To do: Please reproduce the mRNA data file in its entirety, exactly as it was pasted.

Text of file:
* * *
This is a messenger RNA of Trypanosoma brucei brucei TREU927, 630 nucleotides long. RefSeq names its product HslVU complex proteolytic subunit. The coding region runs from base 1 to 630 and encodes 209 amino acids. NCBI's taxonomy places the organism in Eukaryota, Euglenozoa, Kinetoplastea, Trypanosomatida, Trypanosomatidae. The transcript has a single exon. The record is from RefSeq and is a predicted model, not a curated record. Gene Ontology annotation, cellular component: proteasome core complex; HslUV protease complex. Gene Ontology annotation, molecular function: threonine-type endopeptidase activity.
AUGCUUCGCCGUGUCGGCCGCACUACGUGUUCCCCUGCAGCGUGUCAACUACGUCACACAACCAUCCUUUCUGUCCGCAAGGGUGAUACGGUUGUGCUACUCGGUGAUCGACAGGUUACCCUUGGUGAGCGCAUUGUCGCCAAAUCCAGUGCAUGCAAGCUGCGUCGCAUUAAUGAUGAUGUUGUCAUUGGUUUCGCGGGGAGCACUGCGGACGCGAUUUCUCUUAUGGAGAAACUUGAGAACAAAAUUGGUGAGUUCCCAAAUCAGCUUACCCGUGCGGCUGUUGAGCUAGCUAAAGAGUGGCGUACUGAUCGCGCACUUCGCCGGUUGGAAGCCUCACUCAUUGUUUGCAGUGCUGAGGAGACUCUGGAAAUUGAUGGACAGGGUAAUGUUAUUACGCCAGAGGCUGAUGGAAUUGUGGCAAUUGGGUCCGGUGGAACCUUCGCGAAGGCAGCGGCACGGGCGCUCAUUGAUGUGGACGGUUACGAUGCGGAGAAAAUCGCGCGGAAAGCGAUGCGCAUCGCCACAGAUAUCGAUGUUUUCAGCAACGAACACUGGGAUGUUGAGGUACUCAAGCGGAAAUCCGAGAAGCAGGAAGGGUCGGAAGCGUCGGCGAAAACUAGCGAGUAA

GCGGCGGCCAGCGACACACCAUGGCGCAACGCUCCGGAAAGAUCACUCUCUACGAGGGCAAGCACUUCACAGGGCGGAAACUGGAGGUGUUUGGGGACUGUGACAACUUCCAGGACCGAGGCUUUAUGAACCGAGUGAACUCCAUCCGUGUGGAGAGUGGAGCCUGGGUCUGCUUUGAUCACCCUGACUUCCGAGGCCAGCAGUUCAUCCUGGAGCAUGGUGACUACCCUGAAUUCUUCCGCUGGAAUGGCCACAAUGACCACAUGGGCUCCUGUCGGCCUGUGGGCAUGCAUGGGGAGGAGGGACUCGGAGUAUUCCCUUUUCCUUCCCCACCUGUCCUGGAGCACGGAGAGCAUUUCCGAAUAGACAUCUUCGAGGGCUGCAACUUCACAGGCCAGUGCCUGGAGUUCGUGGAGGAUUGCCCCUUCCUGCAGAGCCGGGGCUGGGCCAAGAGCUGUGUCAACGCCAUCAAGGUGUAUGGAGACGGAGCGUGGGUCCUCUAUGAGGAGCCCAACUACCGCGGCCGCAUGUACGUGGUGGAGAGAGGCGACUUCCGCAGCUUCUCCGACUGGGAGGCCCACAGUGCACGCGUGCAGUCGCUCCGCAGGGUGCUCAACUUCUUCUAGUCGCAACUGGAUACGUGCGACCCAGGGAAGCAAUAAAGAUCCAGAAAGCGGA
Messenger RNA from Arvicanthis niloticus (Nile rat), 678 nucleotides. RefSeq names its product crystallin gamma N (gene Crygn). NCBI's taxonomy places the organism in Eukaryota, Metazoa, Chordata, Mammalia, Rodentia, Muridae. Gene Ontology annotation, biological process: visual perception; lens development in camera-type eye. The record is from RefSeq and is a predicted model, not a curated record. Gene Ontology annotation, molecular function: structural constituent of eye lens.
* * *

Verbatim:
This is a messenger RNA of Trypanosoma brucei brucei TREU927, 630 nucleotides long. RefSeq names its product HslVU complex proteolytic subunit. The coding region runs from base 1 to 630 and encodes 209 amino acids. NCBI's taxonomy places the organism in Eukaryota, Euglenozoa, Kinetoplastea, Trypanosomatida, Trypanosomatidae. The transcript has a single exon. The record is from RefSeq and is a predicted model, not a curated record. Gene Ontology annotation, cellular component: proteasome core complex; HslUV protease complex. Gene Ontology annotation, molecular function: threonine-type endopeptidase activity.
AUGCUUCGCCGUGUCGGCCGCACUACGUGUUCCCCUGCAGCGUGUCAACUACGUCACACAACCAUCCUUUCUGUCCGCAAGGGUGAUACGGUUGUGCUACUCGGUGAUCGACAGGUUACCCUUGGUGAGCGCAUUGUCGCCAAAUCCAGUGCAUGCAAGCUGCGUCGCAUUAAUGAUGAUGUUGUCAUUGGUUUCGCGGGGAGCACUGCGGACGCGAUUUCUCUUAUGGAGAAACUUGAGAACAAAAUUGGUGAGUUCCCAAAUCAGCUUACCCGUGCGGCUGUUGAGCUAGCUAAAGAGUGGCGUACUGAUCGCGCACUUCGCCGGUUGGAAGCCUCACUCAUUGUUUGCAGUGCUGAGGAGACUCUGGAAAUUGAUGGACAGGGUAAUGUUAUUACGCCAGAGGCUGAUGGAAUUGUGGCAAUUGGGUCCGGUGGAACCUUCGCGAAGGCAGCGGCACGGGCGCUCAUUGAUGUGGACGGUUACGAUGCGGAGAAAAUCGCGCGGAAAGCGAUGCGCAUCGCCACAGAUAUCGAUGUUUUCAGCAACGAACACUGGGAUGUUGAGGUACUCAAGCGGAAAUCCGAGAAGCAGGAAGGGUCGGAAGCGUCGGCGAAAACUAGCGAGUAA

GCGGCGGCCAGCGACACACCAUGGCGCAACGCUCCGGAAAGAUCACUCUCUACGAGGGCAAGCACUUCACAGGGCGGAAACUGGAGGUGUUUGGGGACUGUGACAACUUCCAGGACCGAGGCUUUAUGAACCGAGUGAACUCCAUCCGUGUGGAGAGUGGAGCCUGGGUCUGCUUUGAUCACCCUGACUUCCGAGGCCAGCAGUUCAUCCUGGAGCAUGGUGACUACCCUGAAUUCUUCCGCUGGAAUGGCCACAAUGACCACAUGGGCUCCUGUCGGCCUGUGGGCAUGCAUGGGGAGGAGGGACUCGGAGUAUUCCCUUUUCCUUCCCCACCUGUCCUGGAGCACGGAGAGCAUUUCCGAAUAGACAUCUUCGAGGGCUGCAACUUCACAGGCCAGUGCCUGGAGUUCGUGGAGGAUUGCCCCUUCCUGCAGAGCCGGGGCUGGGCCAAGAGCUGUGUCAACGCCAUCAAGGUGUAUGGAGACGGAGCGUGGGUCCUCUAUGAGGAGCCCAACUACCGCGGCCGCAUGUACGUGGUGGAGAGAGGCGACUUCCGCAGCUUCUCCGACUGGGAGGCCCACAGUGCACGCGUGCAGUCGCUCCGCAGGGUGCUCAACUUCUUCUAGUCGCAACUGGAUACGUGCGACCCAGGGAAGCAAUAAAGAUCCAGAAAGCGGA
Messenger RNA from Arvicanthis niloticus (Nile rat), 678 nucleotides. RefSeq names its product crystallin gamma N (gene Crygn). NCBI's taxonomy places the organism in Eukaryota, Metazoa, Chordata, Mammalia, Rodentia, Muridae. Gene Ontology annotation, biological process: visual perception; lens development in camera-type eye. The record is from RefSeq and is a predicted model, not a curated record. Gene Ontology annotation, molecular function: structural constituent of eye lens.